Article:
Flying drones in Denmark

Senest opdateret 01-11-2022

Welcome to Droneregler.dk - The Danish Civil Aviation and Railway Authority's offical site for rules, requirements and legislation for drones in Denmark.

Before you go fly in Denmark, there are some fundamental rules, you must know and adhere to. The Danish drone legislation is comprised of the common european rules, which apply in the entire European Union and national regulation regarding distance requirements, no-fly zones etc.

It is your responsibility as a drone pilot to know the rules and adhere to them.

The most common rules that most drone pilots fly by, remains within the open category. As a rule of thumb, the most common types of drones for regular consumers remain within the open category as long as you follow the rules as stated on this site.

Below, we give you an overview of the most basic rules and a guide to what drone certificate you need for your drone. At the same time, we give you some tools, so that you feel completely confident with drone rules in Denmark before you go fly.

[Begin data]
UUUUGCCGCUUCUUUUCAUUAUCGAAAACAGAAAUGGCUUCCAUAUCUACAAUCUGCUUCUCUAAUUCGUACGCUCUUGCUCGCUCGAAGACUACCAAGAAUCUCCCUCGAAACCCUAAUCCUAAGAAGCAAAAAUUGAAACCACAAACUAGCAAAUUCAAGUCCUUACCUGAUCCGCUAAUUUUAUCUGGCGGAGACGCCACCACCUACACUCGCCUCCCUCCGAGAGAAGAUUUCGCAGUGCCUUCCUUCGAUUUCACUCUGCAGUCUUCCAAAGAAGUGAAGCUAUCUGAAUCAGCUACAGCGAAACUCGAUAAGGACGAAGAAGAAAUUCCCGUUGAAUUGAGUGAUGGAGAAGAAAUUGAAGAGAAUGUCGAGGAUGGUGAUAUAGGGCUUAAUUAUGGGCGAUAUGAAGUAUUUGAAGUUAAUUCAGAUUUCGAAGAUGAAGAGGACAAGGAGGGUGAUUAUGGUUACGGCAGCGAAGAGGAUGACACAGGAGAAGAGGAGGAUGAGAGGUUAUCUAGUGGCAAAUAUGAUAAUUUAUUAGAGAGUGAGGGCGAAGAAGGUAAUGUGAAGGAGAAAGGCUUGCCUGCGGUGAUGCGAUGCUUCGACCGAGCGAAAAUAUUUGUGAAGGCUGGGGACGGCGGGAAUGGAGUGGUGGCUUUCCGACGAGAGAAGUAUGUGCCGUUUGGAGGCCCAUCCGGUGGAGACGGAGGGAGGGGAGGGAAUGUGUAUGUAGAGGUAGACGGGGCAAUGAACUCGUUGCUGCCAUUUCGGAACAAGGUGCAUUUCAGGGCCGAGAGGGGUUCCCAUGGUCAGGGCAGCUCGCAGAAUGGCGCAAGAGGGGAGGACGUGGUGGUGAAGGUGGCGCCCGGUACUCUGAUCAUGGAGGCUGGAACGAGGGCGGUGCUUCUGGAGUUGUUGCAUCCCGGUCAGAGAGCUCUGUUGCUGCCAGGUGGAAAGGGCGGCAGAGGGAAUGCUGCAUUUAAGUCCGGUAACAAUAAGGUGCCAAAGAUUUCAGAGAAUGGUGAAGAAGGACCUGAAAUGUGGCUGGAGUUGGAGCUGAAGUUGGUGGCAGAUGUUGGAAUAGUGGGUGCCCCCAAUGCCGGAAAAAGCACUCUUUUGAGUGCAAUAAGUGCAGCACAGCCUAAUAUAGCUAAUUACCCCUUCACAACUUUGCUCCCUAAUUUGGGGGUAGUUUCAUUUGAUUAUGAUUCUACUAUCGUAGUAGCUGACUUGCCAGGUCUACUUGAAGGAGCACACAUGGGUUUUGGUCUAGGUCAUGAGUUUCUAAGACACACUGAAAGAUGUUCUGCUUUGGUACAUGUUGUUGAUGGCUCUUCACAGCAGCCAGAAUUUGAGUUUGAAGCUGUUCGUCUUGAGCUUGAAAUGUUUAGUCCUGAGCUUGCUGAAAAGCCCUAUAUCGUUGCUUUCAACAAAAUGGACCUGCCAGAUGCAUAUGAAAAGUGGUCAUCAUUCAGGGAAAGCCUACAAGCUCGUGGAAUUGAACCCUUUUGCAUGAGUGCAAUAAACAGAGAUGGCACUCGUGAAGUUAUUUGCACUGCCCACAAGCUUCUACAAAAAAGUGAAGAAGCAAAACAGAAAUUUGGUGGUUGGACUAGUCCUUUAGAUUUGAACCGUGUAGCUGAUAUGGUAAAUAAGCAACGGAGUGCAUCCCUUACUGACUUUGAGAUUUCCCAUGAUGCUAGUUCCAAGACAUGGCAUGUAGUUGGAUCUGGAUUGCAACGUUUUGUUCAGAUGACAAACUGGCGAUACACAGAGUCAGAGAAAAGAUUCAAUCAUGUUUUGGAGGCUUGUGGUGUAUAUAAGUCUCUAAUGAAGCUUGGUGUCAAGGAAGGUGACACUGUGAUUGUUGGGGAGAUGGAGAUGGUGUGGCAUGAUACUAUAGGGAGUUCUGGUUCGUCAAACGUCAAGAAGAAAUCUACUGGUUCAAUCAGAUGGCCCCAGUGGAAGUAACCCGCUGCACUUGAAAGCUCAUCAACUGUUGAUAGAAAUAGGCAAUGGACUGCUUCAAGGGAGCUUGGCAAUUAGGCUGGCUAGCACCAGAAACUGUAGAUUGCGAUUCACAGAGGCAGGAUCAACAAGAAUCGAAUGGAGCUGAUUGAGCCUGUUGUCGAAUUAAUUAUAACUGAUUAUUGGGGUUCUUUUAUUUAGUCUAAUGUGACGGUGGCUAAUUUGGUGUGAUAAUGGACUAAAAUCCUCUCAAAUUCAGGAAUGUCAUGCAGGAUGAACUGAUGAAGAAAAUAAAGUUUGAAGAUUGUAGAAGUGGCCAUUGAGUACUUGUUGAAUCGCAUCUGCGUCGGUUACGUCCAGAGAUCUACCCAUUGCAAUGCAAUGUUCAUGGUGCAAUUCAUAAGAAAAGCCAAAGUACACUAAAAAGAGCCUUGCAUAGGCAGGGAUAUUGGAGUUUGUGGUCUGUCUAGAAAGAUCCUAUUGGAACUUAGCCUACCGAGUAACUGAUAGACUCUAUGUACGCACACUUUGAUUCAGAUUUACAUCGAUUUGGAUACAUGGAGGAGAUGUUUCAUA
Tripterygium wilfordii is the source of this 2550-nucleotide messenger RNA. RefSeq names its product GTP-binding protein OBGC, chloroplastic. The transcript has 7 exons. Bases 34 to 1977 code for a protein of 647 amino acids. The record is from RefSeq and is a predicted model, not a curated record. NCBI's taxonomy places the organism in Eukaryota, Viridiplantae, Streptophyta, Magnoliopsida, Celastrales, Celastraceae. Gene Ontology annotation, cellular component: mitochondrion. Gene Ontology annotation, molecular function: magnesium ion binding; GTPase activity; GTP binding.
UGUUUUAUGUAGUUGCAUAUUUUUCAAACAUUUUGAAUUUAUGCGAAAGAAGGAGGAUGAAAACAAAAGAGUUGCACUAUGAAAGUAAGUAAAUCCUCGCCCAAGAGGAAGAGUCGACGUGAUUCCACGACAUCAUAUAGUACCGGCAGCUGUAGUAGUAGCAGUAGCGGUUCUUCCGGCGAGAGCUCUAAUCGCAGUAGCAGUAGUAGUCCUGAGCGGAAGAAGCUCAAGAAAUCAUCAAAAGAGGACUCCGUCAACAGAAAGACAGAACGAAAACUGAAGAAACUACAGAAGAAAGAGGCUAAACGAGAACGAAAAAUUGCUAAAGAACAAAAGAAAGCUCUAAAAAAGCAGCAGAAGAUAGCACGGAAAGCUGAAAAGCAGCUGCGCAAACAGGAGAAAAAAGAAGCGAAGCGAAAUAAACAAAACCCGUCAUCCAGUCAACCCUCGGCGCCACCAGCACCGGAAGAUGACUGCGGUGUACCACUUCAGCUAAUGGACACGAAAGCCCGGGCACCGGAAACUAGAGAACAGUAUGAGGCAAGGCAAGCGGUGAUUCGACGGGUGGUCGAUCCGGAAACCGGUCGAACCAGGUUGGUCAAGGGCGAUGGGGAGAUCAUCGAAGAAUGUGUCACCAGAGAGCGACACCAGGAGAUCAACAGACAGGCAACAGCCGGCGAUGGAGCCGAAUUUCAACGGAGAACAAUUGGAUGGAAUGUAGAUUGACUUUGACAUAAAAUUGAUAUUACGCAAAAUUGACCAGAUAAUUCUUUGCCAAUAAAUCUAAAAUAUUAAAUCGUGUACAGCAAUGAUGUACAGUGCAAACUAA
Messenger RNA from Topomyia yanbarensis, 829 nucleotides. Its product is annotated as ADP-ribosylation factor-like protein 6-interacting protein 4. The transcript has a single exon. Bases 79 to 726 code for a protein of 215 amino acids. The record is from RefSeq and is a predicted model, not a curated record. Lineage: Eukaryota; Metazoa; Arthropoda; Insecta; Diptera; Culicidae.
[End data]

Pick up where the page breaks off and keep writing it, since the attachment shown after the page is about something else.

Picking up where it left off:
Overview of the rules

  • Get acquainted with your drone by reading its user manual
  • Have your drone insured with insurance made for drones
  • Take the drone certificate, which fits to your class of drone
  • Do not fly higher than 120 metres above ground level
  • Do not fly beyond visual line of sight
  • Do not fly above people or gatherings of people
  • Do not fly closer than 5 km from public airports and 8 km from military air bases
  • Do not fly closer than 2 km from the helipads for emergency services (HEMS)
  • Do not fly closer than 150 metres from police stations, embassies or companies handling dangerous substances (i.e. refineries, petrochemical sites, oil depots or explosives depots)
  • Do not fly closer than 300 metres from military areas and vessels
  • Do not fly in environmental protected areas
  • You must have consent by the owner to fly over private property if it is surrounded by fences, hedges and walls.
  • If the property is not surrounded by fences, hedges and walls, you must not fly closer than 2.5 metres without consent from the owner